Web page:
In my former life, falling head first into a novel or memoir and not coming up for air until I had surfaced on the other side was fairly commonplace, but since L was born I've been reading in a piecemeal, catch-while-catch-can fashion. Until I started Beth Ann Fennelly's Great With Child: Letters to a Young Mother, that is. I have been completely consumed by my infatuation for this book. I read it in one day and probably would have read it in one sitting if I hadn't needed to sleep so desperately. I even googled her, trying to decide if I should send her a ridiculously gushy email (she works at a public university so her contact information is widely available for all kinds of creepy stalkers like myself). In the end, I decided to keep my thoughts to myself -- and by myself, I mean to share them with you, of course.
I was wishing at first that someone had given me this book when I was pregnant, but the more I think about it, the more I realize that I probably wasn't in a place to absorb all of it then. Even though you know that motherhood isn't something you can plan for and that you won't really "get it" until you're in it, you don't get it until you're in it. (Funny how that works.) But it would have been a salve for the soul in those early, sleep-deprived, nightmarish first few weeks of feeling lost and alone, that's for sure.
Here are the basics: Fennelly is a professor and a published poet. She struck up a close friendship with one of her students when Fennelly was pregnant with her first child, and when that same student became pregnant, Fennelly sent her dozens of letters answering her questions about childbirth, marriage after having a baby, surviving a miscarriage, balancing an intellectual life with the demands of parenting, and all sorts of matters of the heart and mind. The book, which is a collection of those letters, is intensely personal and moving -- it's a honest account of motherhood ("I [realized] that many new mothers felt betrayed by all that's been kept from them," she says at one point) that doesn't shy away from the difficult moments but doesn't wallow in despair, either. I actually read it with pen in hand, marking up my favorite passages so that I could come back to read and reflect on them again, because I knew one time through wasn't going to be enough.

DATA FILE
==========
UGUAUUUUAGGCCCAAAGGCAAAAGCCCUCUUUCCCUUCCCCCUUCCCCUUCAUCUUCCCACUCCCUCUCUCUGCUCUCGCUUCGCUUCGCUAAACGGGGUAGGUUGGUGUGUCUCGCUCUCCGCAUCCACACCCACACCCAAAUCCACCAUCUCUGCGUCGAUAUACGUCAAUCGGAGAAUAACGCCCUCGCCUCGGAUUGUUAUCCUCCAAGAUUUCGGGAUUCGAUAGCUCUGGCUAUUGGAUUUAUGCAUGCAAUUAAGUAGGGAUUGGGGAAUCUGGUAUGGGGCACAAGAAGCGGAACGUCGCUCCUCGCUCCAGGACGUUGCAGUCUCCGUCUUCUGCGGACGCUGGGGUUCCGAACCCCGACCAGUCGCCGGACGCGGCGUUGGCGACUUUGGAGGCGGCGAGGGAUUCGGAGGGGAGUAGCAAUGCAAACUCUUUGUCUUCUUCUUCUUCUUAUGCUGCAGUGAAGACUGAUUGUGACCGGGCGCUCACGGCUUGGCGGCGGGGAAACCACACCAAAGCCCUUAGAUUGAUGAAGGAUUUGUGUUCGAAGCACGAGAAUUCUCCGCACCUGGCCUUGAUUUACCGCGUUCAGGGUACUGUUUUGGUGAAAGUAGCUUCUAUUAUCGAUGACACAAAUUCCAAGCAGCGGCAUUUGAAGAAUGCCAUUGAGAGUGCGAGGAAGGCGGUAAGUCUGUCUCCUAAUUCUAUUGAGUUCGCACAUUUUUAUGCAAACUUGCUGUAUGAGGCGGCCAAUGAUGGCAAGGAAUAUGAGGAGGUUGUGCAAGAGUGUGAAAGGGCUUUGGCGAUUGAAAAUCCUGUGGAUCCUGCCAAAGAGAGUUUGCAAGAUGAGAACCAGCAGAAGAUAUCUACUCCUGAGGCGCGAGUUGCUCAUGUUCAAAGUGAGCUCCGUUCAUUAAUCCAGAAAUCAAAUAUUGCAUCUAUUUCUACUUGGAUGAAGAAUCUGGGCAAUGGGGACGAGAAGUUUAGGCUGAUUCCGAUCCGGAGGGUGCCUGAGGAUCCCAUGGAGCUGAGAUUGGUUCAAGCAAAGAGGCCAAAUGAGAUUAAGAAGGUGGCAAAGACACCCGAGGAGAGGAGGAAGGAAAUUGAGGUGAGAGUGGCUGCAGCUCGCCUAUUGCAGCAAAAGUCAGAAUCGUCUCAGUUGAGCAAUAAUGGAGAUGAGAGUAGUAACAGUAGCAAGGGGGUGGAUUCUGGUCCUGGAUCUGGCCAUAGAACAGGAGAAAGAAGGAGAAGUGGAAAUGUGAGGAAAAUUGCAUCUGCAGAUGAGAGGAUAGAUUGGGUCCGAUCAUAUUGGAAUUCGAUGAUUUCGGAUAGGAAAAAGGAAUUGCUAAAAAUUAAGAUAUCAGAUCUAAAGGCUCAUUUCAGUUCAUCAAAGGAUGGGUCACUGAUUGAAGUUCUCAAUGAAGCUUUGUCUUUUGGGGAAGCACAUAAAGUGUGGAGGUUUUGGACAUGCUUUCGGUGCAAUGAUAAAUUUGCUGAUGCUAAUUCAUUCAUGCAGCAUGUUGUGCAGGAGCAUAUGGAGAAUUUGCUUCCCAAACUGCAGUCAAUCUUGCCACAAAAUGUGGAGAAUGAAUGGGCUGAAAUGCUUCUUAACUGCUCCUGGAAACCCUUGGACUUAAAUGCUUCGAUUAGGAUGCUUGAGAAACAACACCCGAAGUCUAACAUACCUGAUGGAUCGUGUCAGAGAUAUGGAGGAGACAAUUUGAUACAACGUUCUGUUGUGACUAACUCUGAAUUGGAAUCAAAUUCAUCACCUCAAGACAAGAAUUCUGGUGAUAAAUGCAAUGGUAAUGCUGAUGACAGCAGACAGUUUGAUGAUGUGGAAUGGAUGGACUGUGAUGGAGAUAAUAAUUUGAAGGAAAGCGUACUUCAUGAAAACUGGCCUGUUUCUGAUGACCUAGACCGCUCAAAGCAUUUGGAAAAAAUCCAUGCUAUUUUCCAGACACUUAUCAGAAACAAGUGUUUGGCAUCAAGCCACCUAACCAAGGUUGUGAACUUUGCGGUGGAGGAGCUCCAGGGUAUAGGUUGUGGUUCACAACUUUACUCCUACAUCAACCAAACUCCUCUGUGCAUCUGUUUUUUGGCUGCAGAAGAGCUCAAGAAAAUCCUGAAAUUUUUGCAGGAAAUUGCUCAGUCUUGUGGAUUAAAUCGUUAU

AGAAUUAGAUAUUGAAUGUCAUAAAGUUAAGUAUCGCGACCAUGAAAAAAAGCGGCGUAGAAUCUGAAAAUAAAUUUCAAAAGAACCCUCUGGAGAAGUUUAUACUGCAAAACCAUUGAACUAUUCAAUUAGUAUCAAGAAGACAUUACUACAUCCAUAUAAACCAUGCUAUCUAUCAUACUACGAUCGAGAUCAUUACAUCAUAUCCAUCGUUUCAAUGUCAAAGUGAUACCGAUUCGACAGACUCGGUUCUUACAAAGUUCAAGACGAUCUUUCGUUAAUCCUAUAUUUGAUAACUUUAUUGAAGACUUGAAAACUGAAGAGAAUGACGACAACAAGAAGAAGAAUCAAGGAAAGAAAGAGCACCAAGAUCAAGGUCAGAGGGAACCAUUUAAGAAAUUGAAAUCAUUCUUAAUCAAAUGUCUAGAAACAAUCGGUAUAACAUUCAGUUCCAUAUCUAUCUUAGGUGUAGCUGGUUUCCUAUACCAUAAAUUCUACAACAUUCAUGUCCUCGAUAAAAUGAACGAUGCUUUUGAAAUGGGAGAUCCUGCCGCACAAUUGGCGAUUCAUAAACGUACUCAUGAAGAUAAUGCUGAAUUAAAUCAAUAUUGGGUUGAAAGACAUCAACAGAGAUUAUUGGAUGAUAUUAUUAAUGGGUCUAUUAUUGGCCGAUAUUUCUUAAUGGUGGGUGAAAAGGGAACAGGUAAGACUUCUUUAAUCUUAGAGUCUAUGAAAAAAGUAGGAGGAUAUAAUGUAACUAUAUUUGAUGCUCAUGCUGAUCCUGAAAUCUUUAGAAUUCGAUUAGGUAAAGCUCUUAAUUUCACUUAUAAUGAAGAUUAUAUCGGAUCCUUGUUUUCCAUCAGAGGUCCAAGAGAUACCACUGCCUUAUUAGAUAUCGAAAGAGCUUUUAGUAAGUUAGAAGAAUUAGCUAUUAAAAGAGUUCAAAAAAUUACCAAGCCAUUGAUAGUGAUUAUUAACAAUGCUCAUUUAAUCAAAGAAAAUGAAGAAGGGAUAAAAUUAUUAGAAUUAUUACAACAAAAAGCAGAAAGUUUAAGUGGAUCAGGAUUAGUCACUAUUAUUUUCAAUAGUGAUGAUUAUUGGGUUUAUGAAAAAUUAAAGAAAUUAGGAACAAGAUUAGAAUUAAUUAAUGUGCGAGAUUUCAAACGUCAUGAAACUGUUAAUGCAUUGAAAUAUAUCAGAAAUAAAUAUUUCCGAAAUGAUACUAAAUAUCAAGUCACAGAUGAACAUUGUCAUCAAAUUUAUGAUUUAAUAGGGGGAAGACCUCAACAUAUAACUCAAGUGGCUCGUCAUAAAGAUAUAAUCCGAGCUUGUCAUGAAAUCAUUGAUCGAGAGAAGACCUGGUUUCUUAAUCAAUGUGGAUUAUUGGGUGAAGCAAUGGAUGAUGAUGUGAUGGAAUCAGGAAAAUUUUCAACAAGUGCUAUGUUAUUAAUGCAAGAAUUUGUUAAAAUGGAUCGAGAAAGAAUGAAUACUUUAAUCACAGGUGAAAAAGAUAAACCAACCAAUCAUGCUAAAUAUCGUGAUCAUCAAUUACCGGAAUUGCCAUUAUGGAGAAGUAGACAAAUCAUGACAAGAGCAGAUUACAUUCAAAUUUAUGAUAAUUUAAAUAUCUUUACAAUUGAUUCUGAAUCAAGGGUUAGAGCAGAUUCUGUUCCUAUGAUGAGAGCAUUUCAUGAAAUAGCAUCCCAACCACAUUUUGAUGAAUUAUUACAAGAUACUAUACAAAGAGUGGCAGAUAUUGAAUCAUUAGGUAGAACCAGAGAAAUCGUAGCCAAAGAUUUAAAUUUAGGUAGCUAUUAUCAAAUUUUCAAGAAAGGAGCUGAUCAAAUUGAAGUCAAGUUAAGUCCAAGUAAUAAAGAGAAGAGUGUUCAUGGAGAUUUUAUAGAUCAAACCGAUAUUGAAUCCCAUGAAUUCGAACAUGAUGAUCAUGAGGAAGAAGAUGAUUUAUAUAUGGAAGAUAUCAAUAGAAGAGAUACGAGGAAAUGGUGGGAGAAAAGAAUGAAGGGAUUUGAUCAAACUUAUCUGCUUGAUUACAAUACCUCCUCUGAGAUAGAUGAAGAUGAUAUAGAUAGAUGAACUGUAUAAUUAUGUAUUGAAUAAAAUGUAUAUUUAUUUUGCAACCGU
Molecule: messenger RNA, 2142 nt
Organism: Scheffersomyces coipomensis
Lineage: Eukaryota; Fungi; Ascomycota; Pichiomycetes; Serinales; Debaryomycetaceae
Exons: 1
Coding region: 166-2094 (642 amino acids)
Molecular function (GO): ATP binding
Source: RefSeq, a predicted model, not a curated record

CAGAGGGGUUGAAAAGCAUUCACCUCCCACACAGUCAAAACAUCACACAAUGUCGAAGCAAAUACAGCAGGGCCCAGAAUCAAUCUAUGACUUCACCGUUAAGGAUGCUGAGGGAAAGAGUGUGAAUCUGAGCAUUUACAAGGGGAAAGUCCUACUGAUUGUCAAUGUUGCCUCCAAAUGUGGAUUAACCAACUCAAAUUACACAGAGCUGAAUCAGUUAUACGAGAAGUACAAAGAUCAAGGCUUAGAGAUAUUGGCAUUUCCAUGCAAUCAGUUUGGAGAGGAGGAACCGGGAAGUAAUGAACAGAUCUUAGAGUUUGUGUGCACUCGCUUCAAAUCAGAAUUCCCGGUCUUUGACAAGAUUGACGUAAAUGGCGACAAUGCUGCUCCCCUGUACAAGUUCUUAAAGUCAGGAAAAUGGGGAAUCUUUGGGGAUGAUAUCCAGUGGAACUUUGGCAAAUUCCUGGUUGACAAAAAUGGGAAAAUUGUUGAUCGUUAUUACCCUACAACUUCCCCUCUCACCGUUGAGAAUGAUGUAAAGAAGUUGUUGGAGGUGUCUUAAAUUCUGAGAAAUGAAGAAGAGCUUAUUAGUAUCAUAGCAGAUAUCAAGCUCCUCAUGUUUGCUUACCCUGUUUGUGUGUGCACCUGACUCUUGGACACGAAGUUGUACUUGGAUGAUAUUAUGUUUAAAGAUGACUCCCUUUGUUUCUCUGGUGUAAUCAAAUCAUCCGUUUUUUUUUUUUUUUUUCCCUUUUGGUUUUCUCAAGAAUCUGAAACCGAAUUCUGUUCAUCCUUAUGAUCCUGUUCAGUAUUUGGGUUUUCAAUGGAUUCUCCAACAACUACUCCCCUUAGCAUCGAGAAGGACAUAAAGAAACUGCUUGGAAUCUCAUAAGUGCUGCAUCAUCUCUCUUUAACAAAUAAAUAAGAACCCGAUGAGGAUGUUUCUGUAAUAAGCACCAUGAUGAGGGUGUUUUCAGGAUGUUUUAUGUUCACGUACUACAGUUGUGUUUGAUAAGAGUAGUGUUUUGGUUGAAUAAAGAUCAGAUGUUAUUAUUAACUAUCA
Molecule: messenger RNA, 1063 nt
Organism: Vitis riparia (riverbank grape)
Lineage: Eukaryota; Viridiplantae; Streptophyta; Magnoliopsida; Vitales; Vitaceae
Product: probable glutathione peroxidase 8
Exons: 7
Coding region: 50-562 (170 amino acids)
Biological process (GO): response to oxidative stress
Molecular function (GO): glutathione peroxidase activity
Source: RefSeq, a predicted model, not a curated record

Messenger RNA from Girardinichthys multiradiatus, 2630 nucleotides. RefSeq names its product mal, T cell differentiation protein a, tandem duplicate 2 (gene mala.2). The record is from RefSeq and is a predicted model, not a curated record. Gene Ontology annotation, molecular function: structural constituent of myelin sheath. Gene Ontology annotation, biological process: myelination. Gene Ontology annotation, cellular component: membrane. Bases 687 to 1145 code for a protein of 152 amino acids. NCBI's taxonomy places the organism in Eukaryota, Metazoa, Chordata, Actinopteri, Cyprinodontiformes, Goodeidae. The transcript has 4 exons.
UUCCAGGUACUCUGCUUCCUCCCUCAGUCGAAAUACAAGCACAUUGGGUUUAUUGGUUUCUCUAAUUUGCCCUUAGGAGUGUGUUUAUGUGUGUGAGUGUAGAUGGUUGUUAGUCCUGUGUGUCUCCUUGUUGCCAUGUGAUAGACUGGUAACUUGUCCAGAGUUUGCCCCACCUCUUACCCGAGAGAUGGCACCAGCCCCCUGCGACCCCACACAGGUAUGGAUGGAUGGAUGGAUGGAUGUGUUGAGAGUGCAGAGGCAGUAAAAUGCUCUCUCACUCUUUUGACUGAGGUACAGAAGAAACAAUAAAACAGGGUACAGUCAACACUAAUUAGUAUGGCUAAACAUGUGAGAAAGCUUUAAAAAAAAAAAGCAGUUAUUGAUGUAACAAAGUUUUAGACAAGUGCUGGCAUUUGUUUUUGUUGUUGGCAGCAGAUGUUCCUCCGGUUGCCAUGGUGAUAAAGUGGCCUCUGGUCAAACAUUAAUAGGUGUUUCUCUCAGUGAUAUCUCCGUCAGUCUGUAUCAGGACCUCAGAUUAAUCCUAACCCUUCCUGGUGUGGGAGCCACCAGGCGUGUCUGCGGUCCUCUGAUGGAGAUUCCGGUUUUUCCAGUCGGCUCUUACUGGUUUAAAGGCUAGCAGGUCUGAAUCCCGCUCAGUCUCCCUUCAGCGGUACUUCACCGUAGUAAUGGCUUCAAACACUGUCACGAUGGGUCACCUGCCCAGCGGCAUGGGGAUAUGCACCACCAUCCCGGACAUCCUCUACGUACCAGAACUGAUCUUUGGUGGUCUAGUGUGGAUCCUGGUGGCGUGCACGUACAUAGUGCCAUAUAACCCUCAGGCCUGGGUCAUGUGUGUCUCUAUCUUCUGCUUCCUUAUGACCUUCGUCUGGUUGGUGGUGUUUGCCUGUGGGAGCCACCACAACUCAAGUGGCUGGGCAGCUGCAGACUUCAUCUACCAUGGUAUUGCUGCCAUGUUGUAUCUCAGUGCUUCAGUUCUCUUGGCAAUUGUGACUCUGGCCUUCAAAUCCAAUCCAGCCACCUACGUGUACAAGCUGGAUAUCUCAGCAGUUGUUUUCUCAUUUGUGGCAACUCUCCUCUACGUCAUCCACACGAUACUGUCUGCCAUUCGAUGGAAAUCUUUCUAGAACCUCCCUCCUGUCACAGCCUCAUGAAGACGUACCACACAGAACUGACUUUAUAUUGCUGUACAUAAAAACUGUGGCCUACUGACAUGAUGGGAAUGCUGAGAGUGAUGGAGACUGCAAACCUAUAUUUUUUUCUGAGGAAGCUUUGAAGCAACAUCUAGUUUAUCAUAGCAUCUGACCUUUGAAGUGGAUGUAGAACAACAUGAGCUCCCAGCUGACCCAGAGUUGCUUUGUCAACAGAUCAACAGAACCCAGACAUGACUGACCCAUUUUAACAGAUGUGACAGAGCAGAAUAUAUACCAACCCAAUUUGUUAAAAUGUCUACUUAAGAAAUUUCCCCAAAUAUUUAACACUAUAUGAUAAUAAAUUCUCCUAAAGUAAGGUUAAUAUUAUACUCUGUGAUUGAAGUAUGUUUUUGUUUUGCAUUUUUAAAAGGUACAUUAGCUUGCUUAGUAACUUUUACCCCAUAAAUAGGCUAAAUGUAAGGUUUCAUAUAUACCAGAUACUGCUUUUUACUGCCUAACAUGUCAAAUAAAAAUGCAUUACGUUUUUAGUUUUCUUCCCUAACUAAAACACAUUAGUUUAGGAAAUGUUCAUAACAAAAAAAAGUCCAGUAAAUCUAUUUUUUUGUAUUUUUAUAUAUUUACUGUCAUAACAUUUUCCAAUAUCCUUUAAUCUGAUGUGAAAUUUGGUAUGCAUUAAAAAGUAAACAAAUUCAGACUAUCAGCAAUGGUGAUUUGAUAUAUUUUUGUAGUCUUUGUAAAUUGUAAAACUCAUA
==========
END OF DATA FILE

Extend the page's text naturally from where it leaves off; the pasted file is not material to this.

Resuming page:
I want to share just a few of those passages with you to give you an idea of how beautiful Fennelly's writing is (I've never read her poetry, but I desperately want to now because of how lovely her prose is!) and how insightful the book proves to be -- and then you should stop what you're doing and go order a copy. When you're done, pass it on to a friend who needs it. And tell her to pass it on, too.
(all passages from the 2007 Norton paperback edition)
No matter what else I was doing, I'd also be touching her. Whether teaching or walking or eating an apple, some part of me was musing on our mystery, the love that felt ageless and wise. Such a laying on of hands, such a daily walking embrace. (page 44)
On giving birth:
Michaelangelo dreamed of creating a life, someone who could breathe and walk. Dr. Frankenstein dreamed of something similar. But only women can bring forth a living creature. We do this with our bodies. We do this with our hearts. [...] Oh we women needn't play at war and its games like men I've known who can't disguise their aggression and excitement when the bombs begin falling on some country or other. We needn't play at war because if we give birth, we go to war, and at the deepest level, deeper than bone deep, our evolutionary history tells us that it's a matter of life and death. [...] You will split open your body to free the tiny god who will be caught and held up like a hero. You are the hero. No one but you can do it. (pages 163, 190-91)
On the passage of time:
Truly, babies are hyphenated -- they are endearing-exasperating, they are amusing-annoying. But the phases go so quickly that nothing is unbearably bad (or good) for long. That's why every phase is so bittersweet, for even as you are pleased to dress the child in a never-before-worn outfit, you grieve the tiny outfit suddenly too small -- how lovely she was in this lavender dress from Monica, I always thought she'd get a few more wears out of it...so their infancy passes in a wave of nostalgia that swells and swells but never crests, never recedes. (page 47)
On becoming a mother:
Motherhood, for you I gave up guarantees and road maps, for you I traded my plaid uniform skirt for a cardboard rocket ship. For you, I have appeared indecorous, and more than once, worse than indecorous. Yes, I have been downright foolish. And it would seem you give so little in return -- no patches! No gold stars! Not even a sash! I cannot fully predict or perfect you (I believe it, I am almost thirty-three, old enough to play with phrases like "in my time"). I will spend my life attempting it, and I will fail, I will fail because I know that ten lifetimes aren't enough. And that is both my sorrow and my deep, thrumming joy. (pages 80-81)
Final verdict: ****